I’ve loved Annie Hall for a long time, but I don’t think I understood the extent of its specialness until I saw the Woody Allen directorial effort that directly preceded it, 1975’s Love and Death. Despite its artier pretensions, manifested most clearly in the spoofing of heady fare such as Russian novels and Ingmar Bergman films, the movie is a modest, proudly simple comedy, reveling in an absurdity that dated back at least to the Marx Brothers and persists today is every brash punchline extravaganza featuring a Saturday Night Live alumnus. It’s not a stepping stone, as I had long assumed, from the straightforward gag-fests from earlier in Allen’s career. Instead, it is right in line with them. He didn’t evolve into Annie Hall gradually. He just suddenly landed there, intertwining a uniquely sophisticated and modern look at romantic relationships with extraordinarily free and casual experimentation (Annie Hall is so brisk, approachable and polished that the multitude of structural risks Allen engages in are easy to overlook or at least undervalue). Aside from perhaps Charlie Chaplin, I don’t know if there’s another example in cinematic history of a clown turning into full-fledged artist with the snap of a clapboard.

Annie Hall is, of course, about a romance, that of Alvy Singer, played by Allen, and the title character, played by Diane Keaton. Given the years of supporting evidence provided by Keaton is every interview and public appearance she’s ever done, it’s clear that the character she plays is a modified version of herself (Hall was the last name the actress was born with, and Annie was a common nickname for her at the time). That doesn’t diminish the value of her performance, which brims with invention, energy and daffy charm like few other comic turns given a home on screen. She won the Oscar for it, and it stands as one of the finest choices the Academy made across a decade when they had an abundance of great Hollywood films to celebrate. Effortless as the film plays, Allen had an exceedingly tough time finding his way to the final version that endures. There was an original cut that was almost two-and-a-half hours long and an early pass at the script (written by Allen with Marshall Brickman) focused more on a murder mystery with any relationship material crammed into a subplot (the whodunit plotline reemerged years later in 1993’s Manhattan Murder Mystery, which fittingly reunited Allen with Keaton). Watching Keaton “Lah-de-dah” her way through this endlessly winning performance, it’s no wonder that Allen figured out that Alvy may be the central figure of the film, but he was orbiting around Annie Hall.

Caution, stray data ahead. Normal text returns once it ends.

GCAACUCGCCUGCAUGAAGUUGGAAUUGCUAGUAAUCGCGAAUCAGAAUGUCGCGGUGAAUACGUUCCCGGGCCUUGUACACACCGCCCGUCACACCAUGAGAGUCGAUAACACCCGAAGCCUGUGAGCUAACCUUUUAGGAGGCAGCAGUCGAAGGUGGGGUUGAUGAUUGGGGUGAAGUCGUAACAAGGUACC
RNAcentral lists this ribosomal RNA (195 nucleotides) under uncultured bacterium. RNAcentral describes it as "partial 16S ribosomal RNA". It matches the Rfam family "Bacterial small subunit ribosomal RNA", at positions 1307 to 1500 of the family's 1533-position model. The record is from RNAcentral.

Great as that relationship is–and there are remarkably few romantic comedies in the decade since that don’t sport at least a little DNA inherited from Annie Hall–the film is elevated by the vestiges of everything else that it almost was. It is about Alvy’s childhood, his overstuffed quiver of insecurities and his prior attempts to forge meaningful relationships with women that amounted to little more than fender benders of the heart. Much of this was reportedly relegated to the trash bins in the editing room, but enough remains to give the film greater depth and insight. Before a shark dies, there are presumably symptoms of illness present for anyone brave enough to look. Annie Hall, for all its structural playfulness, is about people, and Allen sagely, subtly conveys the ways that those individuals carry their histories with them, letting the shadows they cast obscure what can be seen in the present. It’s remarkable that Allen retained his ingenious sense of humor (among other attributes, the argument could be made that Annie Hall is his funniest overall film) while still developing full-fledged characters rather than the easier comic figures he’d relied on before. He wasn’t a comedian making movies any longer; he was now clearly a filmmaker, with many masterworks to come.